Smith served for 14 years as Principal of Benton High/Middle School before assuming the duties as Assistant Superintendent of Bossier Schools. Prior to that position, he was Assistant Principal at Benton High/Middle and Acting Assistant Principal at T.O. Rusheon Middle School.
“I love the Bossier School System and am both honored and humbled to accept this appointment,” Smith said. “I want to thank this Board for its strong vote of confidence in me. I look forward to working with our educational community, which includes our students first, teachers, administrators, support personnel, business community, governmental bodies and Barksdale Air Force Base as we continue to move this great school system forward.”
Despite uproar, Bossier City approves new Walmart in north Bossier
The Bossier City Council’s Sept. 14 vote to rezone the land for the future site of the store at Wemple Road and Airline Drive means the major retailer can begin construction.
City officials have heard from resident opposition every stop of the way, including the final step at its Tuesday, Sept. 6 meeting. Residents near the proposed site wanted the council to reject the Bossier Metropolitan Commission’s favoring the rezoning of the land from Residential/Agriculture (R/A) to B-3.
The process to rezone the land for the Walmart has come under fire for almost a year. It was first proposed last September and was beaten back over residents’ concerns of traffic, crime, and a decrease in home values.
In May, the issue resurfaced and the City Council annexed the 99-acre plot in a measure to protect their sales tax collections. The proactive move was made out of concern over the existing store on Airline Drive, a mere three miles from the new site, could be shuttered.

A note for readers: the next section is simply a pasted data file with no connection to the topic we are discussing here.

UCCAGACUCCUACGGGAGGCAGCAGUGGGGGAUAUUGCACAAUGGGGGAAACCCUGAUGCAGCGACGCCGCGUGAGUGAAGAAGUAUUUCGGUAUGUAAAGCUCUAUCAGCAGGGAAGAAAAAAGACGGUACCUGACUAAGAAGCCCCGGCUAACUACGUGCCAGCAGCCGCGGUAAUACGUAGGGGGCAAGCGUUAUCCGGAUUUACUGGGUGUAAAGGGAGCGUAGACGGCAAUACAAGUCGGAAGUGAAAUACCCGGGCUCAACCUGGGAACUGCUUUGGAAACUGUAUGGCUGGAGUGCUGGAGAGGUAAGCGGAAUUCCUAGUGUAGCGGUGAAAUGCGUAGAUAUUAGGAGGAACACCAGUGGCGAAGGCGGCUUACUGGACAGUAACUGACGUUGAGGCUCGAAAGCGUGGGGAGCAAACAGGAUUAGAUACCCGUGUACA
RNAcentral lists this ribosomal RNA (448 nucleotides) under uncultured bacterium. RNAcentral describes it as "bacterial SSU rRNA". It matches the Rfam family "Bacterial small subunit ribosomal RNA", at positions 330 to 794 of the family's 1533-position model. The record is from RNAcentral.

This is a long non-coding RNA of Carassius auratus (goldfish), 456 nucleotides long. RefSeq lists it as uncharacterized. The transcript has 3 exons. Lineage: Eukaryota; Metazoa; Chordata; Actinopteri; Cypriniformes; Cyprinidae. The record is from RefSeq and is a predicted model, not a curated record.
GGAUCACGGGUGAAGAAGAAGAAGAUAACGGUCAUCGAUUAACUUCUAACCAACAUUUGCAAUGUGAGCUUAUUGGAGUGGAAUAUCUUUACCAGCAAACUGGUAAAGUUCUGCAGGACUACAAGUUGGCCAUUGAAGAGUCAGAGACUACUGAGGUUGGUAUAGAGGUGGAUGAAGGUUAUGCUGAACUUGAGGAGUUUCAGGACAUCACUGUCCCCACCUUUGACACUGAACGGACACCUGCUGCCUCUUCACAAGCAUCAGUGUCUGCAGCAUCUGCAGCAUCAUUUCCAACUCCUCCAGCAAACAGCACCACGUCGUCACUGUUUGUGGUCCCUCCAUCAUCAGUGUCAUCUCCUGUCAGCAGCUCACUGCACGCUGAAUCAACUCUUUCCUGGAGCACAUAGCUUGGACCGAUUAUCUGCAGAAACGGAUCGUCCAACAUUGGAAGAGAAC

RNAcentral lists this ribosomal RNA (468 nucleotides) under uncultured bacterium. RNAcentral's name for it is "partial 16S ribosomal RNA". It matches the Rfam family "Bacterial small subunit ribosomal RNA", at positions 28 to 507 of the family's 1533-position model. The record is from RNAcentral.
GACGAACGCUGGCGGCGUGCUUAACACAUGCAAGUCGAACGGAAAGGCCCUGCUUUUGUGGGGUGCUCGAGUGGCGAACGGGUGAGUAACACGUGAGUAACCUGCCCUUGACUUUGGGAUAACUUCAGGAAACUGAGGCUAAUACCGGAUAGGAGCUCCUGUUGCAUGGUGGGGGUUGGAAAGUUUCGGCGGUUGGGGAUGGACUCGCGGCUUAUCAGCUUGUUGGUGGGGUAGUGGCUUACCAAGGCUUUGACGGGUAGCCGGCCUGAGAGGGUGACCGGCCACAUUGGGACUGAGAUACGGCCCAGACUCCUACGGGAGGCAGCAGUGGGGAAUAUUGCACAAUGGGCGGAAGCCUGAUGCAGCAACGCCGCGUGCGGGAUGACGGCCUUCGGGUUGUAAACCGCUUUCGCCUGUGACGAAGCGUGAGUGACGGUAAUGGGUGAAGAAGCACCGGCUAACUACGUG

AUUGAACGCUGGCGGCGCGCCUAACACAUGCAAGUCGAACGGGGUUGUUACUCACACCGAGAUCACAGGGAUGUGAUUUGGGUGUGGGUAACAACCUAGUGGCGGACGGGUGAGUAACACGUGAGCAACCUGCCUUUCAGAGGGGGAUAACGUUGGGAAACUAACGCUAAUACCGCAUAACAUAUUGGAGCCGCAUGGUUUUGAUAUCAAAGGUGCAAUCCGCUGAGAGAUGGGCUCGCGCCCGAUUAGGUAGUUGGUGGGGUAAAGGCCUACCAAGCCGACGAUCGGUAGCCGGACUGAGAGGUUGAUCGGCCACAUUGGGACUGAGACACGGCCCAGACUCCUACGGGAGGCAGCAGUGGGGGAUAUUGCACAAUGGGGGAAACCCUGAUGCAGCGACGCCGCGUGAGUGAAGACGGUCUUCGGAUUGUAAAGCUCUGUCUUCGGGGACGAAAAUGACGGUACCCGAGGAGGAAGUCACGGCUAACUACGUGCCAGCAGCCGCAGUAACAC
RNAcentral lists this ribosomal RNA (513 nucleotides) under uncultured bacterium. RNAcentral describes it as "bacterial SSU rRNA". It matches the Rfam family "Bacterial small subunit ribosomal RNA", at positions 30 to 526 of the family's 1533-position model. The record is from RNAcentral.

City officials said this would cause a hole the size of millions of dollars in sales tax. Bossier City Public Information Officer Mark Natale previously told the Bossier Press-Tribune he couldn’t disclose the exact amount due to state law, but said it would equate to funding roughly two dozen positions with public safety (i.e. fire and police officers).
“(That’s the reason for) the annexation issue, because we don’t want to lose that sales tax if the Walmart on Airline Drive closes. Walmart said they’re not going to do that, but we don’t want take that chance,” Natale previously told the Bossier Press-Tribune.
Walmart officials have maintained the entire time that both stores will be in operation. That was reiterated at the recent meeting with officials saying the Airline Drive store is in the top five performing stores statewide.
“…That store will never close. They’ve stated in public multiple times they have no plans to close that store,” MPC Director Sam Marsiglia assured the council.